Other recurring facial expressions mediate users’ reactions to Trump in different overlapping affective registers, including sadness, anger and outrage (crying baby reactions comparing Trump to a spoiled child having a temper tantrum), annoyance, amusement, surprise and doubt (“Are you sure about that?” and “blinking white guy” GIFs), joyful celebration and vitriolic laughter (e.g., troll face), and further contextual adaptations. In terms of data design, the method of comparing images in a grid has great potential for both meme and affect studies and can be expanded to other qualities of social media engagement such as hashtags (De Gaetano, 2019) or emojis (see figure 10).
Figure 8: Two image stacks of 10 most liked images featuring Trump’s and Biden’s faces (filtered using GV label “face” and web entities for Trump and Biden). The backgrounds were removed with removebg and images were manually clustered in two composites, foregrounding memetic tactics of counter positioning Biden and Trump (winner vs loser).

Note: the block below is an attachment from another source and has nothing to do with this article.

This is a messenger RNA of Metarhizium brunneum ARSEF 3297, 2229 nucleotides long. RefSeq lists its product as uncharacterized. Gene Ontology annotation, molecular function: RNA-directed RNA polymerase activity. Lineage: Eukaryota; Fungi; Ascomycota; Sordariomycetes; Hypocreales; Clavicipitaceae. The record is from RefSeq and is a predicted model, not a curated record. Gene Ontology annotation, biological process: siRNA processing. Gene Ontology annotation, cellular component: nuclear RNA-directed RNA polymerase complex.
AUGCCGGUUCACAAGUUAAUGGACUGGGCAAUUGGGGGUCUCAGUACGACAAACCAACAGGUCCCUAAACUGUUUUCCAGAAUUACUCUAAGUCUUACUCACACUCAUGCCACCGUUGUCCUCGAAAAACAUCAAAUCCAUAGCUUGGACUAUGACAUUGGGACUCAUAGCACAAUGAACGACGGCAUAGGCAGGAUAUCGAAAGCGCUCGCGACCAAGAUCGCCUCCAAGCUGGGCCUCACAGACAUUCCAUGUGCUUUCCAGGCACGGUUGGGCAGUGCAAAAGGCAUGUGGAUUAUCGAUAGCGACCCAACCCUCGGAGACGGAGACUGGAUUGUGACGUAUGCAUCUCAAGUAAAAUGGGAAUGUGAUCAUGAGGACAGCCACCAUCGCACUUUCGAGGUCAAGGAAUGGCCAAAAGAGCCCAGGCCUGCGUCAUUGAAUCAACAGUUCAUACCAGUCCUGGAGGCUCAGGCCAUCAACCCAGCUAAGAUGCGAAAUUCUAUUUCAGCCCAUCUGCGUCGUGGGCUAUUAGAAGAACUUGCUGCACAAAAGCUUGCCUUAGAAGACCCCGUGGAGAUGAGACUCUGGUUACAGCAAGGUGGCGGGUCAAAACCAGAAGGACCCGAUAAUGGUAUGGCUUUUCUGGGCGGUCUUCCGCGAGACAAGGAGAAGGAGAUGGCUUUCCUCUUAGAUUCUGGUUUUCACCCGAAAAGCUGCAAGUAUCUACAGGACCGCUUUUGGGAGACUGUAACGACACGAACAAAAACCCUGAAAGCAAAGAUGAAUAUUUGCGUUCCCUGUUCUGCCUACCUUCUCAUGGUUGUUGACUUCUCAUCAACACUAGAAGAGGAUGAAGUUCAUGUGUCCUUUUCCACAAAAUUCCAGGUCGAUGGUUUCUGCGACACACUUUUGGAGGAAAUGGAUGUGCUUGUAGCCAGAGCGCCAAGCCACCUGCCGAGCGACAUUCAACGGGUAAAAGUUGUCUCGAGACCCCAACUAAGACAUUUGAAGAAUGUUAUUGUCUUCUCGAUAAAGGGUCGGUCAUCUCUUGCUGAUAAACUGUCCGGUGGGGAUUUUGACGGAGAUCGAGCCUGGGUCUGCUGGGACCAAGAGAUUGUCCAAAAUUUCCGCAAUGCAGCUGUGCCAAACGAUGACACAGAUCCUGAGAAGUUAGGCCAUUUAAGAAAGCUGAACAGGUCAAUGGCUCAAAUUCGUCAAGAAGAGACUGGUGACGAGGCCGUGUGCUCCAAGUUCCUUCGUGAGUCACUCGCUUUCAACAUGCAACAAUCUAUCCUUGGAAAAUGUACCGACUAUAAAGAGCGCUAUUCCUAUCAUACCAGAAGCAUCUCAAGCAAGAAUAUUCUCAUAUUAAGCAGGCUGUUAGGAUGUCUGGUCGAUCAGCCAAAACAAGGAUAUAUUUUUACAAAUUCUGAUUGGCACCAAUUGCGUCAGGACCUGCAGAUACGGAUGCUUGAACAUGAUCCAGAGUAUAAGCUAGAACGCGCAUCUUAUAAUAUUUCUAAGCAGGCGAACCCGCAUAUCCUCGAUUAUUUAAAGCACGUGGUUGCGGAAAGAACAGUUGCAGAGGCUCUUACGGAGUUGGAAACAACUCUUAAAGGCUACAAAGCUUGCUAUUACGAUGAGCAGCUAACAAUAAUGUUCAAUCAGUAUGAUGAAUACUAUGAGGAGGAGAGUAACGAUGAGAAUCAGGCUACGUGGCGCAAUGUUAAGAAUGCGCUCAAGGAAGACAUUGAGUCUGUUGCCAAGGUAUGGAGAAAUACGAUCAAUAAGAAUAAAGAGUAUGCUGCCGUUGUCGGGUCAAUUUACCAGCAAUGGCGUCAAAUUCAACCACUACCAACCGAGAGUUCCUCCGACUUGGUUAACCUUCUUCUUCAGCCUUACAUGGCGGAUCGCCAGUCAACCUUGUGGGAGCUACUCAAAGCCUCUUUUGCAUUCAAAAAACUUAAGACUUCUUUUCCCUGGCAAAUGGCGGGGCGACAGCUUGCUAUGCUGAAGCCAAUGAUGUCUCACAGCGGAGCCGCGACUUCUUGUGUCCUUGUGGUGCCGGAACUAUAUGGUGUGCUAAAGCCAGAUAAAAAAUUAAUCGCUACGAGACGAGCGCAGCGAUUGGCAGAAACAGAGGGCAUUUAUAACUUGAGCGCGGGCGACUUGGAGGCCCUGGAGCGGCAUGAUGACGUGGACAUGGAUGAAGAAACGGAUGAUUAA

Figure 8 presents another composite form (Colombo, 2018) of close-looking at the memetic techniques of counter-positioning/counterimitation through two decontextualized (removed image backgrounds) and recomposed image stacks focusing on the oppositional arrangements of sentiment as mediated through Biden’s and Trump’s faces (winner vs loser). Highlighting facial expressions as key objects memefication (e.g., through “Hoes mad” and “copium” references), this visualisation technique works best with small datasets. By layering images together to emphasize competing combinations of moods engaged in polarising events, it provides a zoom-in view on the memetic techniques that orchestrate users’ affective experiences in ambivalent ways—“ways in which one responds to particular affects with other affects—for one individual it might be shameful to be angry, while for other it might be exciting” (Gibbs 2002, 339).